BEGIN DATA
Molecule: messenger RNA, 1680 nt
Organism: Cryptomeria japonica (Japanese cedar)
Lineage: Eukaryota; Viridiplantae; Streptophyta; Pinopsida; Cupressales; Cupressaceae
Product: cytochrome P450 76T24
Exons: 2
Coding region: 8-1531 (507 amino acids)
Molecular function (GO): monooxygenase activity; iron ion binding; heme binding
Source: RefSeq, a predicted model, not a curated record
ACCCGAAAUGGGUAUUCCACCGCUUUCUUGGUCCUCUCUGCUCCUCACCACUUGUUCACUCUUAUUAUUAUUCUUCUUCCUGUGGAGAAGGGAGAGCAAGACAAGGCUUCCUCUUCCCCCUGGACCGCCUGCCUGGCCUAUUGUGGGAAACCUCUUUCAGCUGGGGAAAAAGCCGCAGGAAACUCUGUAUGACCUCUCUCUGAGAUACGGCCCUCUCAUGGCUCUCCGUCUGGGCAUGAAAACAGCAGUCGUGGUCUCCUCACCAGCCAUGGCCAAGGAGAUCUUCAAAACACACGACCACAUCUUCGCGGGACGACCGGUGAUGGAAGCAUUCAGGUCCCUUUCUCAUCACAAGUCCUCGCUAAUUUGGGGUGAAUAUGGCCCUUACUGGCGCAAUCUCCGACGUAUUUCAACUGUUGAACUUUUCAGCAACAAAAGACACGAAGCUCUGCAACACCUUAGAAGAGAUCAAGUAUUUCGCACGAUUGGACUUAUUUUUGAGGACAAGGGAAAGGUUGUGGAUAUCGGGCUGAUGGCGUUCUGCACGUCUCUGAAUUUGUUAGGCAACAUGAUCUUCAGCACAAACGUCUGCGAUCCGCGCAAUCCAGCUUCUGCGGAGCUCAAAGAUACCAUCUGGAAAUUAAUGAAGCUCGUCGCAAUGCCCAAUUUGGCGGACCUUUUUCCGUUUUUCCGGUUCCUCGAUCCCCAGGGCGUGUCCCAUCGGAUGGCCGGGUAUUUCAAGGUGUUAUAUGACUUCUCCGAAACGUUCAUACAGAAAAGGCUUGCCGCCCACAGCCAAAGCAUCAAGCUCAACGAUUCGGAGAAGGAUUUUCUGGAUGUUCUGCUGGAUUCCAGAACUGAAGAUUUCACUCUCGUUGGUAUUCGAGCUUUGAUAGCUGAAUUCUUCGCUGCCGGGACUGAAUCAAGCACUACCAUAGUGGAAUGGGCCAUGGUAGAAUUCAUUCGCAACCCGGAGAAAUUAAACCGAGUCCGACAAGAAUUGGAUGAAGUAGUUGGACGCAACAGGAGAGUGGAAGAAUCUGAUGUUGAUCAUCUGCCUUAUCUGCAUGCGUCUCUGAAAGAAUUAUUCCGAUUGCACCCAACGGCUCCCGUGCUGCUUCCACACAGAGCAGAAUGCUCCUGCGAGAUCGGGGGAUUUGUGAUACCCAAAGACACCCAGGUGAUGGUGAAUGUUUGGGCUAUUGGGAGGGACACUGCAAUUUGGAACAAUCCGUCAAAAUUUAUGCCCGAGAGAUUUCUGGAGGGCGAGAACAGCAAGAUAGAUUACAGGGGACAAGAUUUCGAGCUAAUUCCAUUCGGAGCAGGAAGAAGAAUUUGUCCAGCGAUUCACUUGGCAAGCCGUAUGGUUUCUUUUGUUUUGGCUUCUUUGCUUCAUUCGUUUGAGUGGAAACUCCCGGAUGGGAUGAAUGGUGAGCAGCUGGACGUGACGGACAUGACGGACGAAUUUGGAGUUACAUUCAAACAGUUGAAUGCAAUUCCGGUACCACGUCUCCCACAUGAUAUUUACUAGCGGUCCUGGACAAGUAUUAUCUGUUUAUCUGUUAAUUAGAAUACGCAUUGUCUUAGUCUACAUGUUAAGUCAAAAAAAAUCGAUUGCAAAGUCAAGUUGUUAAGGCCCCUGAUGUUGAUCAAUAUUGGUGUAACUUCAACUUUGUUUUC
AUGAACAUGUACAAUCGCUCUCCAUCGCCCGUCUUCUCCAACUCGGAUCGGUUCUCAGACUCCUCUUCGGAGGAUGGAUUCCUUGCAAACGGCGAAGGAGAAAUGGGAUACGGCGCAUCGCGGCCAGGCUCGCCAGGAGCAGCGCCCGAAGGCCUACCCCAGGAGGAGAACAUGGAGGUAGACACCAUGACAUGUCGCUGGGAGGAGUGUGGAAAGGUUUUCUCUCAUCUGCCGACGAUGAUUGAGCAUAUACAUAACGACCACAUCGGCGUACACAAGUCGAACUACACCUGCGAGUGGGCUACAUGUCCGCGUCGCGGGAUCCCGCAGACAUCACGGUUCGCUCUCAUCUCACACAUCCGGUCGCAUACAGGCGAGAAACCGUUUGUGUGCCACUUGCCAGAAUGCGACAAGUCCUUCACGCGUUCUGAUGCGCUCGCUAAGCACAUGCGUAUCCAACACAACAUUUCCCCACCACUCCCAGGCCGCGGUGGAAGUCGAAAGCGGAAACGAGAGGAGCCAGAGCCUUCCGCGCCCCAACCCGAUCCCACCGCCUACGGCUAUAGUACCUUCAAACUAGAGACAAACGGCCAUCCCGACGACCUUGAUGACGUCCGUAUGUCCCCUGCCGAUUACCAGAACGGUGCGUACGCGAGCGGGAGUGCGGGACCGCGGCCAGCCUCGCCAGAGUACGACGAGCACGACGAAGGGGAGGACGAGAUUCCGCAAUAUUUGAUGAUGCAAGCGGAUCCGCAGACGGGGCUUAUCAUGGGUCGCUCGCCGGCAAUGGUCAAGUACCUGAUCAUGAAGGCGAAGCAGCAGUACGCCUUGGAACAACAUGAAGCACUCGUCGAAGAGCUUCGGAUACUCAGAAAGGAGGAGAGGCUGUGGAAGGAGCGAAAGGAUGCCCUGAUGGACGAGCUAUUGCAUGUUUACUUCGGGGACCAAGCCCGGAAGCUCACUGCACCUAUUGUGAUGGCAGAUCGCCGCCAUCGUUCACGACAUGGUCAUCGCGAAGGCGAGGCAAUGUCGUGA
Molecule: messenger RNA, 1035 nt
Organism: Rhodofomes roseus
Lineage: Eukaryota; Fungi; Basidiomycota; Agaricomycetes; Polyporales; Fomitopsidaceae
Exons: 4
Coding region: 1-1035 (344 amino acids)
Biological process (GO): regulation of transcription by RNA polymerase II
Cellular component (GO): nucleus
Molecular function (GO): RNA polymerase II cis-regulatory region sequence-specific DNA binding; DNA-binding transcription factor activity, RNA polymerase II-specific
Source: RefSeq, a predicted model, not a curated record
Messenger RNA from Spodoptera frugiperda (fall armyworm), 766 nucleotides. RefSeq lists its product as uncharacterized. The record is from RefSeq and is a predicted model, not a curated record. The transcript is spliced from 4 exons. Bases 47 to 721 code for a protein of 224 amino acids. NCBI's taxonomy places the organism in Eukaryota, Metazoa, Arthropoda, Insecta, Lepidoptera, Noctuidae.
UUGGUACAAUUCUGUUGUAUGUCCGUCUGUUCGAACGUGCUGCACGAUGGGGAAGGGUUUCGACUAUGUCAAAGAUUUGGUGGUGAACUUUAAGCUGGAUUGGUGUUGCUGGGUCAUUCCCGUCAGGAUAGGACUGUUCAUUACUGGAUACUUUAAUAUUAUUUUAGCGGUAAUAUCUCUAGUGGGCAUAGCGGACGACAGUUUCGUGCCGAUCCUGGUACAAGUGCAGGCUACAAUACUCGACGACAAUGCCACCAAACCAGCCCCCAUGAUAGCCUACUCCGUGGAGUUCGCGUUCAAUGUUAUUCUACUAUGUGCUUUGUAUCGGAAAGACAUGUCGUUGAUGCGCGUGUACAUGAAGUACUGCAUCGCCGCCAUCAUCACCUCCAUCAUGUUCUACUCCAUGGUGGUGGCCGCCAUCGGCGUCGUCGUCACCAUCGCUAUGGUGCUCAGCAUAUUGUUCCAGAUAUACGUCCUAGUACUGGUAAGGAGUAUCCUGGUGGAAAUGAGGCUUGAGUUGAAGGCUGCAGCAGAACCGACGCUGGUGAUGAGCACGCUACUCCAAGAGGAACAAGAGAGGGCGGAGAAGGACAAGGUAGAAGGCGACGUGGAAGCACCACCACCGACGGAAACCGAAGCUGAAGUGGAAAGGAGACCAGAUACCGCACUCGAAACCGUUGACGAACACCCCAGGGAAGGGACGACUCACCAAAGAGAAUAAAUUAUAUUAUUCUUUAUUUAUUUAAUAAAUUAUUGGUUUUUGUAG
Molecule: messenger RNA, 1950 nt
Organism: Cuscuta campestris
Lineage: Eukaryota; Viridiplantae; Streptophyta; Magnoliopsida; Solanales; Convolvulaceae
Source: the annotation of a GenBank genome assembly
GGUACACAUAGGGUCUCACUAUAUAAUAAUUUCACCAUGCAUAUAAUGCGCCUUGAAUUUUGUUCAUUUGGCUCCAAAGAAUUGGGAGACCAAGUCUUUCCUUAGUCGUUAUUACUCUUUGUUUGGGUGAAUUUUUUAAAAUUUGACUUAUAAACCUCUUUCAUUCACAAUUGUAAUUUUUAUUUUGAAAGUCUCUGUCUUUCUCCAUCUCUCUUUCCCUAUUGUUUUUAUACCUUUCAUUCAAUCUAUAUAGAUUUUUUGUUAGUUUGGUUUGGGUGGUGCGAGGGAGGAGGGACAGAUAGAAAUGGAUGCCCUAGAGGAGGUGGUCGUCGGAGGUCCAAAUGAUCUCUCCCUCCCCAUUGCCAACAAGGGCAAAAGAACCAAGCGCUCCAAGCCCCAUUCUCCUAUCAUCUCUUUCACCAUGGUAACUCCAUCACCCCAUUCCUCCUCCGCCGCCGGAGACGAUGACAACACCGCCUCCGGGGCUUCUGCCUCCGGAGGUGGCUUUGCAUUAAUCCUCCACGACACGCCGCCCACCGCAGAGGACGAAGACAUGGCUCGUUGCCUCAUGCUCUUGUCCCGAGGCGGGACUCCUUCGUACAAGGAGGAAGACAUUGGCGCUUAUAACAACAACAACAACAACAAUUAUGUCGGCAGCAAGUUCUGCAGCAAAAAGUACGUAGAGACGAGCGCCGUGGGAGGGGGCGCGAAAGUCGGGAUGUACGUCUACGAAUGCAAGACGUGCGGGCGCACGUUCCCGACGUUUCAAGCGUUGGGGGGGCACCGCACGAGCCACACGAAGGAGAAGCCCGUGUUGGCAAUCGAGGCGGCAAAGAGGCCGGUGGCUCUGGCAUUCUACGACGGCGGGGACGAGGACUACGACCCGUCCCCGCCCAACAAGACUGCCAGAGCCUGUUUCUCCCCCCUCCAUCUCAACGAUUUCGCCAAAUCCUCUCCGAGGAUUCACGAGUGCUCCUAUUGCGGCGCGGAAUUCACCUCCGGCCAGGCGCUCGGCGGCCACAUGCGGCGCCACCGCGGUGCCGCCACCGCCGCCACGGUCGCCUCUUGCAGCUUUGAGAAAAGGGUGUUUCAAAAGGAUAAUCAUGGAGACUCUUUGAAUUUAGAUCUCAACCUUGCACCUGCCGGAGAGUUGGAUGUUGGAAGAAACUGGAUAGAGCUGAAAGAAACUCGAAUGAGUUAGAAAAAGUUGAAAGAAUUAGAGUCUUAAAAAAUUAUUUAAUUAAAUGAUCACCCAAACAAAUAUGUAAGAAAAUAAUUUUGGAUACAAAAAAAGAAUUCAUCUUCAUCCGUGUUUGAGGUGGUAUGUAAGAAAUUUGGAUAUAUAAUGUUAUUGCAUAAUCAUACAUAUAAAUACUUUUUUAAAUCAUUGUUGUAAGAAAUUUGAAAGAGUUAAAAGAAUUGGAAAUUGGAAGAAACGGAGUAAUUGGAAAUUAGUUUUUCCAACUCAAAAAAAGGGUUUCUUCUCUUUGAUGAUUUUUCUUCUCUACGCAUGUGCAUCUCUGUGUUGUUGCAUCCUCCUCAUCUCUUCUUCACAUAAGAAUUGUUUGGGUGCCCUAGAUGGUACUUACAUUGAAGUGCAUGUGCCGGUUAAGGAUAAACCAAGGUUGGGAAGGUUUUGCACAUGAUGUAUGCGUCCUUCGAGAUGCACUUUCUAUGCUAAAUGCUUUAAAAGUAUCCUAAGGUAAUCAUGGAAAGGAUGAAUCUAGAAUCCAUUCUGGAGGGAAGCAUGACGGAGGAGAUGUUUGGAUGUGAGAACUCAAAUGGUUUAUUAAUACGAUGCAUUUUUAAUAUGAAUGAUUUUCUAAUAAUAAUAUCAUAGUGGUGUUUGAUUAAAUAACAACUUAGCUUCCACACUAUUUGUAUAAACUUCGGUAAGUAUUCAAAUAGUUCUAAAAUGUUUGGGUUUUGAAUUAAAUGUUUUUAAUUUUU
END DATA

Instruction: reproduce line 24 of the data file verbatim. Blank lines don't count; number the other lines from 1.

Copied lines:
Lineage: Eukaryota; Viridiplantae; Streptophyta; Magnoliopsida; Solanales; Convolvulaceae